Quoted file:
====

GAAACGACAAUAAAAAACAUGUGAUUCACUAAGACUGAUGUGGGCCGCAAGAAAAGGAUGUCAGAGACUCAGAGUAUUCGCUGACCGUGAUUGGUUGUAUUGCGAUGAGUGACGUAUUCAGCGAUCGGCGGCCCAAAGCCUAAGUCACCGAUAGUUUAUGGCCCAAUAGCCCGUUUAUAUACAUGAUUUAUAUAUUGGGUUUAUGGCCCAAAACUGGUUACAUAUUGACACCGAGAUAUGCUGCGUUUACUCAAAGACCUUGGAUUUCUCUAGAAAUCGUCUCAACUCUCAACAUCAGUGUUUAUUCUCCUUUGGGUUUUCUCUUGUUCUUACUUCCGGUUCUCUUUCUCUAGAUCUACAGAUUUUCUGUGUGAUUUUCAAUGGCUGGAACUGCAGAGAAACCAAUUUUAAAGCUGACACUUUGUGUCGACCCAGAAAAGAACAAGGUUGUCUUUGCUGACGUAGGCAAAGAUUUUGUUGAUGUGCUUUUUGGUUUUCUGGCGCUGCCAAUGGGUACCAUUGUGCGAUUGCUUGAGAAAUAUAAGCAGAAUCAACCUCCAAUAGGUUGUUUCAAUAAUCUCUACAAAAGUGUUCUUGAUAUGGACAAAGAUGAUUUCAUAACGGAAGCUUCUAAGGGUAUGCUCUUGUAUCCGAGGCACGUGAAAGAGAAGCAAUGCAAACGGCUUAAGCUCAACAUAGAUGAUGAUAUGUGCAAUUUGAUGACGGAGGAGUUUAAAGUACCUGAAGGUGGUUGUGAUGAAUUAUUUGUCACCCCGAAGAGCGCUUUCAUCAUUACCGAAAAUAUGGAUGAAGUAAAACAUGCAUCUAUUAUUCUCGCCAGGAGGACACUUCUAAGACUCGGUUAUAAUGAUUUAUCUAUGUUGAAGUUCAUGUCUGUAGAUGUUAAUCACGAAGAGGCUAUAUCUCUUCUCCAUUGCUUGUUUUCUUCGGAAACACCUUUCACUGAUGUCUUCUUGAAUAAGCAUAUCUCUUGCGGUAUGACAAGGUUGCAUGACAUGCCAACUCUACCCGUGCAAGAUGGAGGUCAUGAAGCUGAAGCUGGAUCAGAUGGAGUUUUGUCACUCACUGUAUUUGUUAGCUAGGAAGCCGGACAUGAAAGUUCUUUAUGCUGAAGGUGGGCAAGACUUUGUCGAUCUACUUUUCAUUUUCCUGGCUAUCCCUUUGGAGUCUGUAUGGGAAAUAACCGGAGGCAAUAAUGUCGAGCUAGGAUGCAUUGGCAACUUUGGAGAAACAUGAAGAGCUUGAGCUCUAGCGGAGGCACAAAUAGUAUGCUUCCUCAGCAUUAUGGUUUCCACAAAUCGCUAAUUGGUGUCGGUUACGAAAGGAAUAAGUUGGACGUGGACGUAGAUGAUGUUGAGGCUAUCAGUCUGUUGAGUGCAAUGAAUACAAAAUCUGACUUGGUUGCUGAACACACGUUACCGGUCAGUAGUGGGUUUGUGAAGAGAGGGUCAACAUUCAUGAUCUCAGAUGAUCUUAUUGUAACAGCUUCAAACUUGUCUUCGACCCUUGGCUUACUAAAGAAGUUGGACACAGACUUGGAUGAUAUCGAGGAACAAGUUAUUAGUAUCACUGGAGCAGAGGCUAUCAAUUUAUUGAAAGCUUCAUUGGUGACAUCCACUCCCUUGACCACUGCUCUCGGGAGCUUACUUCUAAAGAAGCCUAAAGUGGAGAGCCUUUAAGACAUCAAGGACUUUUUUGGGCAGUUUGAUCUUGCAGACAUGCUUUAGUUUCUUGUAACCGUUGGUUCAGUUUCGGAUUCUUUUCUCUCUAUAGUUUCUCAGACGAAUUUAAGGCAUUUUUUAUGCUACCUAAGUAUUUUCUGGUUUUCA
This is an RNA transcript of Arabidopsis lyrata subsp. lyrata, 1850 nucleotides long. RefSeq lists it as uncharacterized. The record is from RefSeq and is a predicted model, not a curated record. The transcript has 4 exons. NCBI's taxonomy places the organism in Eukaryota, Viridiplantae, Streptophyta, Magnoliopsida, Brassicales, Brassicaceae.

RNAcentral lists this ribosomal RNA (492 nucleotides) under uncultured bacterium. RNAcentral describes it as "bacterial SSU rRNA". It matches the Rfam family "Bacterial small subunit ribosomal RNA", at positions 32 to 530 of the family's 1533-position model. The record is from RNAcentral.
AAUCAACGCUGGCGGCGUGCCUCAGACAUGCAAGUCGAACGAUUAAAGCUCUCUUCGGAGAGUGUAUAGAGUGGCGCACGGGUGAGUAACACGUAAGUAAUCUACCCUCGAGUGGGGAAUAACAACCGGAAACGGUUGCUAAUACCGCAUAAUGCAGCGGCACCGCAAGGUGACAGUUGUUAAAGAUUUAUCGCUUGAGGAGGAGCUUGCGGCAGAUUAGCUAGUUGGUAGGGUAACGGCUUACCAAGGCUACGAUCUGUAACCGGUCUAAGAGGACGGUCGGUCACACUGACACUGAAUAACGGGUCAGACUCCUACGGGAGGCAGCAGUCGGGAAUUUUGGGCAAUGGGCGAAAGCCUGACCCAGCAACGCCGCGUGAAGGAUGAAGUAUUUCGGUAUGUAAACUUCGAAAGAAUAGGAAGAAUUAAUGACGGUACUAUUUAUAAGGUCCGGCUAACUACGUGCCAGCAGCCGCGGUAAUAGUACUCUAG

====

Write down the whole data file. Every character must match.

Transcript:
GAAACGACAAUAAAAAACAUGUGAUUCACUAAGACUGAUGUGGGCCGCAAGAAAAGGAUGUCAGAGACUCAGAGUAUUCGCUGACCGUGAUUGGUUGUAUUGCGAUGAGUGACGUAUUCAGCGAUCGGCGGCCCAAAGCCUAAGUCACCGAUAGUUUAUGGCCCAAUAGCCCGUUUAUAUACAUGAUUUAUAUAUUGGGUUUAUGGCCCAAAACUGGUUACAUAUUGACACCGAGAUAUGCUGCGUUUACUCAAAGACCUUGGAUUUCUCUAGAAAUCGUCUCAACUCUCAACAUCAGUGUUUAUUCUCCUUUGGGUUUUCUCUUGUUCUUACUUCCGGUUCUCUUUCUCUAGAUCUACAGAUUUUCUGUGUGAUUUUCAAUGGCUGGAACUGCAGAGAAACCAAUUUUAAAGCUGACACUUUGUGUCGACCCAGAAAAGAACAAGGUUGUCUUUGCUGACGUAGGCAAAGAUUUUGUUGAUGUGCUUUUUGGUUUUCUGGCGCUGCCAAUGGGUACCAUUGUGCGAUUGCUUGAGAAAUAUAAGCAGAAUCAACCUCCAAUAGGUUGUUUCAAUAAUCUCUACAAAAGUGUUCUUGAUAUGGACAAAGAUGAUUUCAUAACGGAAGCUUCUAAGGGUAUGCUCUUGUAUCCGAGGCACGUGAAAGAGAAGCAAUGCAAACGGCUUAAGCUCAACAUAGAUGAUGAUAUGUGCAAUUUGAUGACGGAGGAGUUUAAAGUACCUGAAGGUGGUUGUGAUGAAUUAUUUGUCACCCCGAAGAGCGCUUUCAUCAUUACCGAAAAUAUGGAUGAAGUAAAACAUGCAUCUAUUAUUCUCGCCAGGAGGACACUUCUAAGACUCGGUUAUAAUGAUUUAUCUAUGUUGAAGUUCAUGUCUGUAGAUGUUAAUCACGAAGAGGCUAUAUCUCUUCUCCAUUGCUUGUUUUCUUCGGAAACACCUUUCACUGAUGUCUUCUUGAAUAAGCAUAUCUCUUGCGGUAUGACAAGGUUGCAUGACAUGCCAACUCUACCCGUGCAAGAUGGAGGUCAUGAAGCUGAAGCUGGAUCAGAUGGAGUUUUGUCACUCACUGUAUUUGUUAGCUAGGAAGCCGGACAUGAAAGUUCUUUAUGCUGAAGGUGGGCAAGACUUUGUCGAUCUACUUUUCAUUUUCCUGGCUAUCCCUUUGGAGUCUGUAUGGGAAAUAACCGGAGGCAAUAAUGUCGAGCUAGGAUGCAUUGGCAACUUUGGAGAAACAUGAAGAGCUUGAGCUCUAGCGGAGGCACAAAUAGUAUGCUUCCUCAGCAUUAUGGUUUCCACAAAUCGCUAAUUGGUGUCGGUUACGAAAGGAAUAAGUUGGACGUGGACGUAGAUGAUGUUGAGGCUAUCAGUCUGUUGAGUGCAAUGAAUACAAAAUCUGACUUGGUUGCUGAACACACGUUACCGGUCAGUAGUGGGUUUGUGAAGAGAGGGUCAACAUUCAUGAUCUCAGAUGAUCUUAUUGUAACAGCUUCAAACUUGUCUUCGACCCUUGGCUUACUAAAGAAGUUGGACACAGACUUGGAUGAUAUCGAGGAACAAGUUAUUAGUAUCACUGGAGCAGAGGCUAUCAAUUUAUUGAAAGCUUCAUUGGUGACAUCCACUCCCUUGACCACUGCUCUCGGGAGCUUACUUCUAAAGAAGCCUAAAGUGGAGAGCCUUUAAGACAUCAAGGACUUUUUUGGGCAGUUUGAUCUUGCAGACAUGCUUUAGUUUCUUGUAACCGUUGGUUCAGUUUCGGAUUCUUUUCUCUCUAUAGUUUCUCAGACGAAUUUAAGGCAUUUUUUAUGCUACCUAAGUAUUUUCUGGUUUUCA
This is an RNA transcript of Arabidopsis lyrata subsp. lyrata, 1850 nucleotides long. RefSeq lists it as uncharacterized. The record is from RefSeq and is a predicted model, not a curated record. The transcript has 4 exons. NCBI's taxonomy places the organism in Eukaryota, Viridiplantae, Streptophyta, Magnoliopsida, Brassicales, Brassicaceae.

RNAcentral lists this ribosomal RNA (492 nucleotides) under uncultured bacterium. RNAcentral describes it as "bacterial SSU rRNA". It matches the Rfam family "Bacterial small subunit ribosomal RNA", at positions 32 to 530 of the family's 1533-position model. The record is from RNAcentral.
AAUCAACGCUGGCGGCGUGCCUCAGACAUGCAAGUCGAACGAUUAAAGCUCUCUUCGGAGAGUGUAUAGAGUGGCGCACGGGUGAGUAACACGUAAGUAAUCUACCCUCGAGUGGGGAAUAACAACCGGAAACGGUUGCUAAUACCGCAUAAUGCAGCGGCACCGCAAGGUGACAGUUGUUAAAGAUUUAUCGCUUGAGGAGGAGCUUGCGGCAGAUUAGCUAGUUGGUAGGGUAACGGCUUACCAAGGCUACGAUCUGUAACCGGUCUAAGAGGACGGUCGGUCACACUGACACUGAAUAACGGGUCAGACUCCUACGGGAGGCAGCAGUCGGGAAUUUUGGGCAAUGGGCGAAAGCCUGACCCAGCAACGCCGCGUGAAGGAUGAAGUAUUUCGGUAUGUAAACUUCGAAAGAAUAGGAAGAAUUAAUGACGGUACUAUUUAUAAGGUCCGGCUAACUACGUGCCAGCAGCCGCGGUAAUAGUACUCUAG